ESSEX COUNTY, NJ — More than five dozen members of the clergy in the Episcopal Diocese of Newark joined together Oct. 3 to sign a joint statement condemning racism. The clergy members were responding to the failure to bring charges against the police officers who murdered Breonna Taylor in Louisville, Ky., in March, calling it “a clear indication that justice has, once again, been denied a black person in this country.”
The statement was organized by members of a clergy networking group named for Absalom Jones, America’s first black priest, who had been born into slavery and later helped found the African Episcopal Church of St. Thomas in Philadelphia.
The statement reads, “We, the members of the clergy in the Episcopal Diocese of Newark, believe that our faith requires us to stand on the side of the marginalized and the oppressed, to respond to injustice when it occurs, and to relentlessly work to eradicate the racism that plagues our country.
“The highly publicized killings of Ahmaud Arbery, Breonna Taylor and George Floyd, and the disproportionate number of black persons killed at the hands of police reveal a system that is unable to heal itself, unable to carry out its responsibility to serve all people with equal justice and dignity,” the statement continued. “We believe our Christian faith calls us to meet this moment, and that in order to do that, each one of us must engage in a practice of prayerful discernment to uncover and repent of the racism we all harbor within our minds and hearts. We call on those of other faith traditions or no tradition at all to join us in this act of repentance.”
The statement also expressed the clergy members’ belief “that fewer resources are needed to militarize police departments and more resources must be devoted to community services, including social workers and public health personnel, affordable housing and first-rate schools.”
“We say with one voice that racism is a sin, that black lives matter, and that we are committed to ensuring the rights to safety at home, when out for a jog or going about the business of daily life for those who currently are treated with suspicion because of the color of their skin. All of these privileges that white people mindlessly and effortlessly enjoy must be equally and fully available to all of our neighbors,” the statement reads. “We follow the One who stood with the powerless and weak against the might of empire, and we have all promised in our baptism to ‘strive for justice and peace’ among all people. We promise to use our voices, our dollars, our votes, and our bodies to prevent the continued violence against black people in this country, and to create a more just society where we all may flourish.”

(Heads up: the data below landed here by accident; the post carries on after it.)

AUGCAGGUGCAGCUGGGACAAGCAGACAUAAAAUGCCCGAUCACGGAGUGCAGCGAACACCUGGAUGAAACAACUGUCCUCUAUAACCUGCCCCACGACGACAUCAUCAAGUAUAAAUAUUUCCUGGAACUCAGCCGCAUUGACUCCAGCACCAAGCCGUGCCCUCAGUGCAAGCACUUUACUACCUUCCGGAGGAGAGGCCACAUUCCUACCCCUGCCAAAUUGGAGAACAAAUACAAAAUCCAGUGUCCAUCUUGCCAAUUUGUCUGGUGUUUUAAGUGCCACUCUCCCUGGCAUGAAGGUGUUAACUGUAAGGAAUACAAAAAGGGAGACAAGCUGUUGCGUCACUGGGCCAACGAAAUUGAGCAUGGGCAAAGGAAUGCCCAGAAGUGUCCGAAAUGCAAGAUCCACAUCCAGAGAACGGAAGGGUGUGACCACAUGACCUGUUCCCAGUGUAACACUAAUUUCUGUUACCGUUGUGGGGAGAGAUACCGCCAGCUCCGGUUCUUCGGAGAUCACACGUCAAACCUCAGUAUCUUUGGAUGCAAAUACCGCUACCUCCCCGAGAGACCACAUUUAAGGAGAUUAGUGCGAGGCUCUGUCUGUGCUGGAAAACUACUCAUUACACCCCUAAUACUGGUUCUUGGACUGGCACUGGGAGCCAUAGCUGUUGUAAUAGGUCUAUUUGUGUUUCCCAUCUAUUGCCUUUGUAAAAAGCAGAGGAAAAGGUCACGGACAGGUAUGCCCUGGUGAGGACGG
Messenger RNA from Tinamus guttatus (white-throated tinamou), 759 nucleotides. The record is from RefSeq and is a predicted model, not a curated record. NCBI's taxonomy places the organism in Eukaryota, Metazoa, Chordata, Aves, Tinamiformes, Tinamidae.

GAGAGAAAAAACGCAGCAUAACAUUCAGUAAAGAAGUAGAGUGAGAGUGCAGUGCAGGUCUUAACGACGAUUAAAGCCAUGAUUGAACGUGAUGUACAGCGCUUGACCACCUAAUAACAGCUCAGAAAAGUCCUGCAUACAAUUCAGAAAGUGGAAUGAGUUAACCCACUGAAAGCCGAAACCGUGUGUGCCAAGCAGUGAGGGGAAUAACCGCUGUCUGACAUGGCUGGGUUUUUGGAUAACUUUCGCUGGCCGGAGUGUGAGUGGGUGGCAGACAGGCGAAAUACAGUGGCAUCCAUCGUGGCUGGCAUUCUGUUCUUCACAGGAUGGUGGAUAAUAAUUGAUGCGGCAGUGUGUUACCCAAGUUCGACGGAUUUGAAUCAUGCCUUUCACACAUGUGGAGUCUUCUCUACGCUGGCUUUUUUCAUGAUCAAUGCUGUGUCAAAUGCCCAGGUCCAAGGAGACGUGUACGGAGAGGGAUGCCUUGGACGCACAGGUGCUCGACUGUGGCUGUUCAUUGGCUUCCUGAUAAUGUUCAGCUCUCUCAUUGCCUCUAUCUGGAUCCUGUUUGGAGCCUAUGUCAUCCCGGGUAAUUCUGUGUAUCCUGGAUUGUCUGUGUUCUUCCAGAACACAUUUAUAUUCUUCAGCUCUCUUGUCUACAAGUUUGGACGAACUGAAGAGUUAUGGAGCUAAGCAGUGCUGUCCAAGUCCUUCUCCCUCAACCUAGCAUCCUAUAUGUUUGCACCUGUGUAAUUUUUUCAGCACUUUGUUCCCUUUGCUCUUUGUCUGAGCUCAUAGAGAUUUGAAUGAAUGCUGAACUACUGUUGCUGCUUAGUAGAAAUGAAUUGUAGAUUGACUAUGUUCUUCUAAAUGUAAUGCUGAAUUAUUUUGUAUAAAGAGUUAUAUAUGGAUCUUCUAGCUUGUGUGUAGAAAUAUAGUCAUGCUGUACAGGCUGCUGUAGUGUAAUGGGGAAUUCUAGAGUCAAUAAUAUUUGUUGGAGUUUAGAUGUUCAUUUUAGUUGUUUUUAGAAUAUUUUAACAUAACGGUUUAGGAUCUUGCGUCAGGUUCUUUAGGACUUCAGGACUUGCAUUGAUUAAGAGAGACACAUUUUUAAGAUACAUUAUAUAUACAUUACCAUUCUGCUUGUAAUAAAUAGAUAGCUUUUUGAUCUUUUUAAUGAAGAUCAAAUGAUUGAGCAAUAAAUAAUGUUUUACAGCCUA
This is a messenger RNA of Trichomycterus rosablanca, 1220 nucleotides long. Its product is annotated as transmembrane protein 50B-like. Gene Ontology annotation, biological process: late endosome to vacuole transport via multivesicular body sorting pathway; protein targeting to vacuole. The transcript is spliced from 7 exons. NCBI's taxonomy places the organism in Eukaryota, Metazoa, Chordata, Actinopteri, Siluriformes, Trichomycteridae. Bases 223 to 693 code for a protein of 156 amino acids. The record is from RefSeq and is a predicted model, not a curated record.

Signers of the statement represent more than 50 churches in the Diocese of Newark,
and include both active and retired members of the clergy. Among the signers are the Rev. Diana L. Wilcox, rector at Christ Church in Bloomfield and Glen Ridge; the Rev. Rose Cohen Hassan, interim priest-in-charge in South Orange; the Rev. R. Grant Mansfield, rector at St. George’s Church in Maplewood; the Rev. Deacon Sun-Hwan Spriggs, from St. George’s in Maplewood; and the Rev. Sheelagh Clarke, from Church of Holy Innocents in West Orange.